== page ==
As most readers of this website know, I teach on an undergraduate distance-learning myth module, and have done for many years. It’s a great course: it looks at how myth functioned within the ancient world, and shows many different sides to Greek and Roman myth. I always enjoy teaching it.
But this year, for the first time, I’ve been feeling the need to re-think the teaching materials that I use, because so many new ways of looking at myth have been raised lately, both online and in recent publications.
So, for instance, the first text students look at in depth on this particular module is Euripides’ Hippolytus. It’s a good choice of text because most students aren’t familiar with it, so it offers a level playing field. But this year the material on Hippolytus and Phaedra in Donna Zuckerberg’s Not All Dead White Men has prompted a new awareness of how this myth is being revived and reconstituted online today, in the service of a particularly toxic masculine discourse. It’s all too easy to see the propaganda element of myth as something that happened in the far distant past – but the way Greek and Roman myth reaches into the present shouldn’t be ignored.
Then of course there’s the discussion that’s been going on over the last few months in the media – initiated by Adrienne Mayor – about how the Greeks developed the concept of artificial life. What does myth have to tell us about the moral implications of artificial intelligence? From robots to Alexa to self-driving cars, myth has something to say about the developments of modern life. And this is just a sample of the new ways of seeing myth which have been opened up in recent months.
Tomorrow I’m teaching a class on Ovid and myth; and while I’ve always liked teaching Ovid, increasingly I feel like I’m on shaky ground. Last year Katy Waldman in The New Yorker wrote about Ovid in the #MeToo era, pointing out that in Ovid’s narratives of rape, ‘Students sensed something volatile and dangerous in the poem—something close to home. Ovid feels strangely present these days, as if the country is reckoning under his riotous star’. A couple of months ago, In Medias Res celebrated Ovid’s ‘bimillennial’ with a set of articles covering all of his works, and among other things these articles highlighted the grotesque suffering, powerlessness and victimisation of characters in the Metamorphoses.
A. Everett Beek, in an Eidolon article on Ovid’s afterlife, argued: ‘it’s time to stop pretending that these ancient fictions have no influence on real life. The same narrative outlines that appear in Ovid’s works are still being taught in schools and used in films, television, books, and video games. People accept them as realistic because they are constantly repeated and infrequently questioned’. Reading Ovid isn’t always comfortable – and it’s becoming less comfortable, as critics increasingly insist that we engage with myth on a personal and emotional level, in relation to the world around us and the narratives that we perpetuate, rather than at a careful scholarly distance.
It’s nice to know, though, that I’m not the only one wrestling with these questions, as this article from Sententiae Antiquae (and its comments) shows. There’s a growing sense among teachers that the study of myth needs to be opened up and ‘decolonised’, because in studying myth we bring along a great deal of cultural baggage. Joel Christensen of Brandeis University is setting up a website to supplement this kind of reconsidered myth class, with a focus on narrative strategies and patterns; and other people are rethinking the courses they teach and the assumptions on which those courses are based.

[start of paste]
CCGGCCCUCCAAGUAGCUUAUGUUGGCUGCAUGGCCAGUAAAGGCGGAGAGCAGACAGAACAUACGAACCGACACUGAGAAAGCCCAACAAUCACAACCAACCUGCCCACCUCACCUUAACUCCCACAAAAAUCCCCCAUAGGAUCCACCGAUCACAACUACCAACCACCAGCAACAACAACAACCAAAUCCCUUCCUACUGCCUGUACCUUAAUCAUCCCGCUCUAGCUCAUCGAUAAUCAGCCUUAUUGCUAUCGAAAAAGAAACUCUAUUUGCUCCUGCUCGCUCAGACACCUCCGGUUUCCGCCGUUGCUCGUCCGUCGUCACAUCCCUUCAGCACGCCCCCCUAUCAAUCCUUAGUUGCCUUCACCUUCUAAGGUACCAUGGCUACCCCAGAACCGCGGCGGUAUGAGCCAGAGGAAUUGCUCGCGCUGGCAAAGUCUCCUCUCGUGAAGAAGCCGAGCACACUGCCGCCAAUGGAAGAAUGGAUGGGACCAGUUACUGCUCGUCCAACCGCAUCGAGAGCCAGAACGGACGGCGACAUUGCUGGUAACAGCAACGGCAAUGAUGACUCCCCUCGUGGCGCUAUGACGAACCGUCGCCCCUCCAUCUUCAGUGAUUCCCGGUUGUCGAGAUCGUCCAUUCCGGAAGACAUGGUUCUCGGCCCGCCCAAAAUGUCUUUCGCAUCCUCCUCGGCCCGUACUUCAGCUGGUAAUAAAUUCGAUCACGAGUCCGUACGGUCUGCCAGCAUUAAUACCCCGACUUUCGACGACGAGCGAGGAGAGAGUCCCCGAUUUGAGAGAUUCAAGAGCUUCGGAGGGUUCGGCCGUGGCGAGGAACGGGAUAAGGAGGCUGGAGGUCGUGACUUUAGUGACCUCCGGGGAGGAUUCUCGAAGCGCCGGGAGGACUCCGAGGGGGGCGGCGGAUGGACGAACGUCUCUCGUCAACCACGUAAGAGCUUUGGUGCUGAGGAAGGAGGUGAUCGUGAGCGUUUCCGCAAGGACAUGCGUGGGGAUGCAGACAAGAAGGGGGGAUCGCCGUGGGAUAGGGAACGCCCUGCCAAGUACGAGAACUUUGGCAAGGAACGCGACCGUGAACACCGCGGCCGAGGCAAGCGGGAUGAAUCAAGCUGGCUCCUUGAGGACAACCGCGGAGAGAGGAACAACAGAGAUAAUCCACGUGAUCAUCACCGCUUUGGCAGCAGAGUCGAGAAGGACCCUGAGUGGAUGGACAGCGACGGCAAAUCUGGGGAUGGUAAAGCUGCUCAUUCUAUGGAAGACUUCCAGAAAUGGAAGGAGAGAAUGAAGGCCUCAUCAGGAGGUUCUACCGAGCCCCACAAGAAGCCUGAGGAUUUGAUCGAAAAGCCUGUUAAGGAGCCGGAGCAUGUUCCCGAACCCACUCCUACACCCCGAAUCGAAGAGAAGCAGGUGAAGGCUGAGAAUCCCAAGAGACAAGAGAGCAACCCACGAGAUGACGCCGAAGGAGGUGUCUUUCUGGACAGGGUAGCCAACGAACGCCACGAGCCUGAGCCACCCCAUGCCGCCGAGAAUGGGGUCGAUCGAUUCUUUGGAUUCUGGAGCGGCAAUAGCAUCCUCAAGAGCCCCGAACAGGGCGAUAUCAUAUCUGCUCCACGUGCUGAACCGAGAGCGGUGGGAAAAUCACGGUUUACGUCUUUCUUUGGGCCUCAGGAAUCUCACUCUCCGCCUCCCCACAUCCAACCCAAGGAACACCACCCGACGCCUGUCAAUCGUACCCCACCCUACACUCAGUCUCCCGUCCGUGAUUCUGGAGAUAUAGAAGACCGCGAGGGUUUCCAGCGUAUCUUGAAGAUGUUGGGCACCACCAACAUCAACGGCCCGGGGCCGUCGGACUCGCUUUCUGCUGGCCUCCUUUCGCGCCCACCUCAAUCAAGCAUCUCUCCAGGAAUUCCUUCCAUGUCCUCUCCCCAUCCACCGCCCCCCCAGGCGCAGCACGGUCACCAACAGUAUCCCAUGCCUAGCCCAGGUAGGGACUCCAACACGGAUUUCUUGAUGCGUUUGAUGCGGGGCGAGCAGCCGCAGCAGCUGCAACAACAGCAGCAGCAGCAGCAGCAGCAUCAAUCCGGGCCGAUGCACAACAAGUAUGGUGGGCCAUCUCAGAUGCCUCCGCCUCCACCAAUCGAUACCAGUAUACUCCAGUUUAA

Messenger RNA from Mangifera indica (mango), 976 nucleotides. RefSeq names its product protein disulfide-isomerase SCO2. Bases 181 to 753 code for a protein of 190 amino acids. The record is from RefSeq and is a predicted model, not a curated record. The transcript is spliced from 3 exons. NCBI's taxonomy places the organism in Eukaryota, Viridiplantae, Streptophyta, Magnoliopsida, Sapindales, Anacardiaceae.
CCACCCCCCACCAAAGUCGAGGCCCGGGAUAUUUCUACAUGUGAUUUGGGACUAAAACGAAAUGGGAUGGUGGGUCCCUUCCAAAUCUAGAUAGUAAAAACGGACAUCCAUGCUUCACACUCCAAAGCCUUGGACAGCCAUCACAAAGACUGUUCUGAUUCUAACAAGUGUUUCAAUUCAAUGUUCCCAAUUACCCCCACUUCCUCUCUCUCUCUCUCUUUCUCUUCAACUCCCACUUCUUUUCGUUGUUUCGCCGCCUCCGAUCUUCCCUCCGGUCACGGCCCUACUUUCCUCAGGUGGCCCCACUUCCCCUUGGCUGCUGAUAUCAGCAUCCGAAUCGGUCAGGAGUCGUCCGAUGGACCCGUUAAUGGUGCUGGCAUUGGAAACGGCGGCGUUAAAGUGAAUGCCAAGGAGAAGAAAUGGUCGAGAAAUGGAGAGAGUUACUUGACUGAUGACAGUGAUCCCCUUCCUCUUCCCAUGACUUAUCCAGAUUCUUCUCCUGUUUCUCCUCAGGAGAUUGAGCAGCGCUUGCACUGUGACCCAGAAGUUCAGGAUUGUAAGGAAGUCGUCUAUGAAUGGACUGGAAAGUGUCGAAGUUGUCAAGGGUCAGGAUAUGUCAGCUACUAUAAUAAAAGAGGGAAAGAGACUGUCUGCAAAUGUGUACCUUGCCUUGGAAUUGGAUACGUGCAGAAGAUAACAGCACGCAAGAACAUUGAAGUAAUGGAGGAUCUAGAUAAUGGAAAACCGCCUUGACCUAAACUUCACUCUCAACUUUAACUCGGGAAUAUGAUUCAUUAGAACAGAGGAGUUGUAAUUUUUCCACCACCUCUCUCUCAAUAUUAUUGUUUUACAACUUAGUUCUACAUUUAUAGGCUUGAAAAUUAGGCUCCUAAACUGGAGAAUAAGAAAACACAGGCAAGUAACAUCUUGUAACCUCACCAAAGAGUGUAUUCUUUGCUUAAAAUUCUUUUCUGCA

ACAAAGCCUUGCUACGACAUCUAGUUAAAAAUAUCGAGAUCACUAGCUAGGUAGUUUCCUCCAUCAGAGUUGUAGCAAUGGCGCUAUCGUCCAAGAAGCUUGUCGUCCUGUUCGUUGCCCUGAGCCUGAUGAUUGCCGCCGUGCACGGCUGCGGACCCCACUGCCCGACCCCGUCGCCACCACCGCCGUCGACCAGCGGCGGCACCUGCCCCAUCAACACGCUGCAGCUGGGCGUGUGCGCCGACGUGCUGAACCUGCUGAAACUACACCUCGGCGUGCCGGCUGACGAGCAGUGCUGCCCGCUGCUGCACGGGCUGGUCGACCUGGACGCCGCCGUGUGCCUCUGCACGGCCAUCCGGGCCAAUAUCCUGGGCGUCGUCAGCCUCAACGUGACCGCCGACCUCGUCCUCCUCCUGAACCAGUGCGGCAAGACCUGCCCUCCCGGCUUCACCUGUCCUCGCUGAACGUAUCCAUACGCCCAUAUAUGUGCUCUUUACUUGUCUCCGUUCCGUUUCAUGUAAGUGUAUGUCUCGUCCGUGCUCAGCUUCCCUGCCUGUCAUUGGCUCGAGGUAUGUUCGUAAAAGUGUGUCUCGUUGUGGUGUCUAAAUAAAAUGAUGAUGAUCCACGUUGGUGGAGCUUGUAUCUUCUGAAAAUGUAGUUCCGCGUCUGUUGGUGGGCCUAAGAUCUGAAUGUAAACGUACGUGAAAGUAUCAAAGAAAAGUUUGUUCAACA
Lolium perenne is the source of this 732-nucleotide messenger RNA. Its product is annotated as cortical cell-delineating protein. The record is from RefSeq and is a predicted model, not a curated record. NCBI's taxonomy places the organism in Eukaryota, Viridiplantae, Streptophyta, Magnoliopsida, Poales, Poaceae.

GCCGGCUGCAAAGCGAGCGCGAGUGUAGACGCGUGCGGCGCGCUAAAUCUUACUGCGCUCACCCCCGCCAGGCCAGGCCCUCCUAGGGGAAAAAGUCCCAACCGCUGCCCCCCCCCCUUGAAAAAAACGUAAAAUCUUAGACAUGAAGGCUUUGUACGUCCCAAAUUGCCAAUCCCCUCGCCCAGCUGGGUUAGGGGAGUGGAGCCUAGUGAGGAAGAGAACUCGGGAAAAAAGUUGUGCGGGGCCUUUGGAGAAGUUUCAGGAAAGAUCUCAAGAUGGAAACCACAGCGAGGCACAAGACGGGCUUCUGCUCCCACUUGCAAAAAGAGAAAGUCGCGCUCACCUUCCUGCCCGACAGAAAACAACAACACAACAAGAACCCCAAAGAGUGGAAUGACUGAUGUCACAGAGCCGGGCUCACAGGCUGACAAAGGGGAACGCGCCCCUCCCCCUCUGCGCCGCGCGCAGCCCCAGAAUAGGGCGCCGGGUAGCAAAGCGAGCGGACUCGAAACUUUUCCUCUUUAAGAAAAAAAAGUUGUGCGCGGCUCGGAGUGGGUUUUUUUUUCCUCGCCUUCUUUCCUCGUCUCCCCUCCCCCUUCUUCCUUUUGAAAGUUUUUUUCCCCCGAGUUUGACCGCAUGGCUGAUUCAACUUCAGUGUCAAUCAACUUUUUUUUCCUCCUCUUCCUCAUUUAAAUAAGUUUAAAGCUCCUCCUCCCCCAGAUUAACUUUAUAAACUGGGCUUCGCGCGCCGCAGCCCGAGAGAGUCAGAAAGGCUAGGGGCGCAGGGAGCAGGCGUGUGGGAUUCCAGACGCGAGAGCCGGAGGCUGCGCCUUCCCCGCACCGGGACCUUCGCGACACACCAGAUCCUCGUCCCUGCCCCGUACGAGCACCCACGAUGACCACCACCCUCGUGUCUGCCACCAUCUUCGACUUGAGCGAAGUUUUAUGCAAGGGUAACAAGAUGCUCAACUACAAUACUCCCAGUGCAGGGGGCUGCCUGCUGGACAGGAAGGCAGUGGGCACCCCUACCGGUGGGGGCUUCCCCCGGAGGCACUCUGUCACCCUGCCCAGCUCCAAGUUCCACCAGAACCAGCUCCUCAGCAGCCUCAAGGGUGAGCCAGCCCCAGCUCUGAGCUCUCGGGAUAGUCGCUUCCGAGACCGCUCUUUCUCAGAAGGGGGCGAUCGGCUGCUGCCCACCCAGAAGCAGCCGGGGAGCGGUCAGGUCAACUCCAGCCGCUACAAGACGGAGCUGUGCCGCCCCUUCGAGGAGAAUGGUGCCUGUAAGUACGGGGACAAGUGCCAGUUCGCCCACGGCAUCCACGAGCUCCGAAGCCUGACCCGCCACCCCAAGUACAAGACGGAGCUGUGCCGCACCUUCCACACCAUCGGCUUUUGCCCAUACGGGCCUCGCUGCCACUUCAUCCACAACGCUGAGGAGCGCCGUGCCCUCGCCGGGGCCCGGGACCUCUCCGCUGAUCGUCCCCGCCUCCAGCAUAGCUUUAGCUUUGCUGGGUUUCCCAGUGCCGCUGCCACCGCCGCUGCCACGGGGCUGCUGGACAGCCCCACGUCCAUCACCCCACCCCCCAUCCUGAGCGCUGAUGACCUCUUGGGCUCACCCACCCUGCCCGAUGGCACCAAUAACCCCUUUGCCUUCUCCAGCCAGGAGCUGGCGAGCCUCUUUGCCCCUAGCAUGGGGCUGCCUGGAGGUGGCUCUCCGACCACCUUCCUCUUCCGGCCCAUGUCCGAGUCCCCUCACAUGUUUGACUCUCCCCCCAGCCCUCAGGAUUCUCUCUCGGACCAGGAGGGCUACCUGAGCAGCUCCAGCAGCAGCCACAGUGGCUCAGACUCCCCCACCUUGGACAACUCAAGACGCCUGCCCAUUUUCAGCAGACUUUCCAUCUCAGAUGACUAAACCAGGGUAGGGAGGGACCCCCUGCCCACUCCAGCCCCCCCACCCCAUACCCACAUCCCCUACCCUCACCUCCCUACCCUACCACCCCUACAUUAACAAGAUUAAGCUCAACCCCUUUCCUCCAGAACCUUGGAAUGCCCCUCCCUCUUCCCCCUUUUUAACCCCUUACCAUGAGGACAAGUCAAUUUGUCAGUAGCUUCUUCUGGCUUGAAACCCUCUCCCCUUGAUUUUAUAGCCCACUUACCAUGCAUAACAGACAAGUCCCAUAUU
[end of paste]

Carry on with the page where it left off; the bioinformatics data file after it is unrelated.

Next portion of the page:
Myth courses today, then, seem to have a relevance and a responsibility which we didn’t see in the same way a decade ago. It makes me wonder what a myth course will look like in a few years’ time. I suspect it will look very different.
This week’s links from around the internet
Strange burials in Corsica – Forbes
3D graffiti in Cumbria – The Guardian
Romans and the Antiques Roadshow – Gazette & Herald
Gladiator school – BBC
Classics book auction, for a great cause – The Sportula
Comment and opinion
Aristotle the public intellectual? – The Edithorial
DNA, trolls and Classics – Lady Science
Sophocles’ acceptance speech – McSweeney’s
The golden ratio – Kiwi Hellenist
The Britons are revolting – Digital Spy
When in Rome… tips – A Don’s Life
Roman Spain – The Muddy Archaeologist
Myth and female intuition – The New York Times
Reimagining the Iliad – The History Girls
What is Classics? – Medium
Volcanoes and concrete – Phys.org
Flat Earth Studies – The Sphinx
Ancient History and Brexit – Politico
Happy as a pig in a dictionary – In Medias Res
Analysing Pindar – Novo Scriptorium
The Greeks were right about plants – Greece Is
LGBT+ Classics – Council of University Classics Departments Bulletin
On not playing Latin games – In Medias Res
Music as Classical Reception – Institute of Classical Studies
Trump the tragic hero? – The New Yorker
Podcasts, video and other media
Sonya Wurster on Philodemus – Itinera
The naval battle of Artemisium – Maritime History Podcast
The interactive mausoleum experience – Mausoleum of Augustus
Rome reborn: AD 320 – Pervasive Technology Institute
Costa del Carthage – Ancient History Hound
Greed and Erysichthon – Myf Warhurst